Most people know a very stripped-down and bastardized TECO which Bob
Clements adapted for the DEC operating system for the PDP-6.  The
original TECO was written by Dan Murphy for the PDP-1, and later
reimplemented on the PDP-6 (by, if I remember correctly, Richard
Greenblatt, Jack Holloway, and Tom Knight in a single weekend!).  The
original TECO used a display scope to display the text being edited
around the editing point.  It remained a source of wonder and
astonishment to the original authors of TECO that anyone ever used it
without a display screen.  This TECO ran on MIT's operating system for
the PDP-6 and PDP-10, ITS (Incompatible TimeSharing).

At Stanford, a different track of display editors had developed, again
starting with the display scope on the PDP-1.  The two surviving today
are TVEDIT for Tenex/TOPS-20 and E for WAITS.  Richard Stallman
visited the Stanford AI Lab and was impressed by E's real-time editing
facility.  When he returned to MIT, he implemented so-called "^R mode"
(a real time editing mode in TECO invoked by the CTRL/R command) in
TECO.

Although ^R mode made a whole new style of editing possible (unlike E
and TVEDIT, the default action for newly typed in text was insert
rather than replace), it was still rather primitive.  The search was
for a single character only, and you would still have to go back to
TECO to do lots of things (such as read or write files!).

Two major sets of TECO macro packages (a "macro" is a program, written
in TECO, stored in a TECO register) developed; TECMAC and TMACS.
TECMAC was a more real-time editor, while TMACS had a much richer set
of functionality including named commands.  Just about everybody had
their own customizations on top of these packages.

This was the situation when I worked at MIT in the summer of '76.  I
had brought with me my own favorite TECO-style editor, which, although
it had only the functionality of primitive DEC TECO, had two
interesting facilities: (1) it compiled all TECO programs (including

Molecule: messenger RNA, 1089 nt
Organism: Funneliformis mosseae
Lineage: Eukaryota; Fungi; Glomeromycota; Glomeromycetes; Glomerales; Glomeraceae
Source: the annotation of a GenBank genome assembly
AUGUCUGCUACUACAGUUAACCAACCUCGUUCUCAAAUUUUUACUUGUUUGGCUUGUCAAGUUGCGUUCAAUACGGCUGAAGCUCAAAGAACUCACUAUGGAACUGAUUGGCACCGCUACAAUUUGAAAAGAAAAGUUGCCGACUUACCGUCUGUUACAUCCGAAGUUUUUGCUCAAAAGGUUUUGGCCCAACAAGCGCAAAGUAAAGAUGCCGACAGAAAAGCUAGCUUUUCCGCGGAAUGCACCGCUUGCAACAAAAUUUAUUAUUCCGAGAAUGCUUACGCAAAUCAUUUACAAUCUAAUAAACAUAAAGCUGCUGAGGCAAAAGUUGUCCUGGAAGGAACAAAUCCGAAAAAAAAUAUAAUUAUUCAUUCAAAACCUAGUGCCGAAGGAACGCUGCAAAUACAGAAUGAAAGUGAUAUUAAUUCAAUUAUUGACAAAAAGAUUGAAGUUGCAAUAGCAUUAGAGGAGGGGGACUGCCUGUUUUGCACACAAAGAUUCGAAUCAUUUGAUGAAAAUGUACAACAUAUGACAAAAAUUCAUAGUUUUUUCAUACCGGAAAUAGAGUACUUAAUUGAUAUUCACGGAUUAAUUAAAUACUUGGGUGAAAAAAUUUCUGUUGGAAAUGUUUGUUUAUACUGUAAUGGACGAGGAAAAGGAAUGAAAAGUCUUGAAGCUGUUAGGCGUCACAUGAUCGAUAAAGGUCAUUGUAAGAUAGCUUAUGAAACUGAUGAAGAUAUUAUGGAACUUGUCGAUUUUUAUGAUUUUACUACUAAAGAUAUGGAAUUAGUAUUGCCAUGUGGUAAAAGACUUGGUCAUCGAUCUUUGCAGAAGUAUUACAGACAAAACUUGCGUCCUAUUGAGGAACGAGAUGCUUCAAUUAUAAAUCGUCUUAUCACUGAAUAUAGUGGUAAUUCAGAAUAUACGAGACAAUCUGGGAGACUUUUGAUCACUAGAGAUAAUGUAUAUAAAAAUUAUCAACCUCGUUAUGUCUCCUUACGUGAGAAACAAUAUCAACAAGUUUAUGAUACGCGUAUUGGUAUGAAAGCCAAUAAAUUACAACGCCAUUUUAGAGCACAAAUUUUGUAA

commands) prior to execution, and (2) it had multi-character register
names, which greatly increased the number of possible TECO registers
to virtually infinite.

Richard Stallman implemented the latter in TECO as part of the EMACS
project, which was originally intended as a replacement for both
TECMAC and TMACS.  By New Years in 1977 EMACS had made significant
inroads against TECMAC/TMACS; and in another year or so the older
editors had both succumbed to software rot.

Michael McMahon was irritated at the editor situation for Tenex and
TOPS-20; the alternatives at that time ranged from TVEDIT to QED to TV
(a DEC TOPS-20 TECO-like program with display terminal functionality
much like that of the 1964 MIT TECO).  He undertook the long and
laborious task of porting MIT EMACS from ITS to Tenex and TOPS-20, and
by 1978 EMACS was running on a small set of Tenex and TOPS-20 systems
at MIT, Stanford, and SRI.  Richard Stallman did heroic efforts to
propagate the mass (and free) distribution to just about every TOPS-20
system in the work.

This guaranteed EMACS a place in the sun.  Without McMahon and
Stallman's efforts we'd probably all be using vi or worse today.

In the 1980's, TOPS-20 had reached its zenith.  Because of horribly
high maintenance costs (DEC was trying to shut down the product line
in favor of VAX/VMS, and finally did in 1983), many sites were
migrating from TOPS-20.  Not trusting DEC, many sites picked UNIX as
their migration path instead of VMS.  There were a few critical
TOPS-20 tools which "must" be ported before the migration; and one of
those was EMACS.

The rest is well-known...